RSS Feeds

Advanced search

You are in:


UK mums will cut seasonal drinks spending

Research shows that 96% of mothers are planning some serious cut backs this Christmas as well as tightening their belts for 2011. Nearly a third (30%) plan to buy less alcohol this year and 26% plan to look for cheaper or better value options than usual. In contrast, a surprising 85% of mothers still plan to spend the same on food for Christmas day, although 32% plan to cut back on the cost of food for the surrounding festive period.

Following George Osborne’s £18.5m cuts, the deepest since the 1970s, mothers are taking the lead in terms of a radical change to spending habits in order to play their part in the new “frugal economy”.   Researchers spoke to 1,000 respondents to input into a ‘Marketing To Mums’ report by marketing agency Haygarth.

In addition to the big cutbacks on drink over a quarter (25.47%) are prepared to curtail Christmas parties and going out with family & friends, whilst 42% plan to buy fewer presents and over half (53%) of mothers are planning to cut back on the cost of Christmas presents this year, looking for better value options and discounted items.

When looking forward to 2011 the research highlighted that a third (32%) of mums will be cutting back on going out socially.

Haygarth’s  ‘Marketing to Mums’ research encompassed a series of focus groups as well as a nationwide survey and highlights just how far mothers are prepared to go in order to cut back on household costs. The qualitative research also showed that mums are cynical about discounts and special offers, with many claiming that they’ve seen the price of a product they buy regularly go up prior to it being discounted.

All is not lost
However, all is not lost for the drinks sector. The research highlighted that mothers are happy to spend more on a brand they trust and are often influenced by a variety of marketing activity, including in-store point-of-sale, loyalty schemes and special offers. Brands that acknowledge mum as the most well educated and informed shopper and offer value and relevance to mums will be rewarded with her continued trust and loyalty. The research shows that we are now entering a period when mums will be looking long and hard at the value that brands deliver to her and her family. Haygarth believes that it is now even more important to consider how a brand is communicating with mum in this landscape of renewed “frugalism”.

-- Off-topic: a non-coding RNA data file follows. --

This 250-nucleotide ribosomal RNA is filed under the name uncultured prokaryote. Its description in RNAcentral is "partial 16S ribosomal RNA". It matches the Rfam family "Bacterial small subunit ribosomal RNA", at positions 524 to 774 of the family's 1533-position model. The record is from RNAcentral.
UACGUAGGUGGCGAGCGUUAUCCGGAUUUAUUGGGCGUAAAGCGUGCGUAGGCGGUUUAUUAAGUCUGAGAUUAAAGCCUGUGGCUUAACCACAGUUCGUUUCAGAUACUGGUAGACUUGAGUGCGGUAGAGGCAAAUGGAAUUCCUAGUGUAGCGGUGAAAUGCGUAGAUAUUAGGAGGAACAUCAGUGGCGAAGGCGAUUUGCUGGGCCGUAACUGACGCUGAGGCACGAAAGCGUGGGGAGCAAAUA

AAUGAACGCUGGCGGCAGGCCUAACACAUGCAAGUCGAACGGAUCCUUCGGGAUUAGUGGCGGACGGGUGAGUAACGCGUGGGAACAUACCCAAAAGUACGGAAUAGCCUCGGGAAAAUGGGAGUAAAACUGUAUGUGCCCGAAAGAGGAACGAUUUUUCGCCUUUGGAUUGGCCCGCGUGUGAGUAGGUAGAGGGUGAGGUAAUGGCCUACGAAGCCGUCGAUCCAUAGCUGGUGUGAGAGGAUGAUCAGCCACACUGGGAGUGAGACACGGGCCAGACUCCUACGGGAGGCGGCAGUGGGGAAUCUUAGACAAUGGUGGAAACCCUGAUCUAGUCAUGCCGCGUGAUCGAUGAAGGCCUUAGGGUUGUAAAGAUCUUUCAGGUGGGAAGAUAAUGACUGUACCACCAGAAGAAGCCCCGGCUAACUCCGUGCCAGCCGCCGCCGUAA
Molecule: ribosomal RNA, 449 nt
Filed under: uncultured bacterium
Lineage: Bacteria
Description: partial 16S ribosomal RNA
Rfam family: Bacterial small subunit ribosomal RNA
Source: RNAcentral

Sophie Daranyi, CEO at Haygarth, comments: “Our research is a warning to brands and retailers: underestimate mum at your peril. She is a smart, savvy operator.  The complex equations and assimilation of information that Mum brings to bear in her efforts to feed and clothe the family are clearly planned and considered.

“Our key recommendation is that retailers and brands need to be aware of the level of decision making involved in purchases and act accordingly, with smart offers and clear communication. Otherwise mums will see right through it, not be impressed and probably tell everyone else that too.”


1 November 2010 - Felicity Murray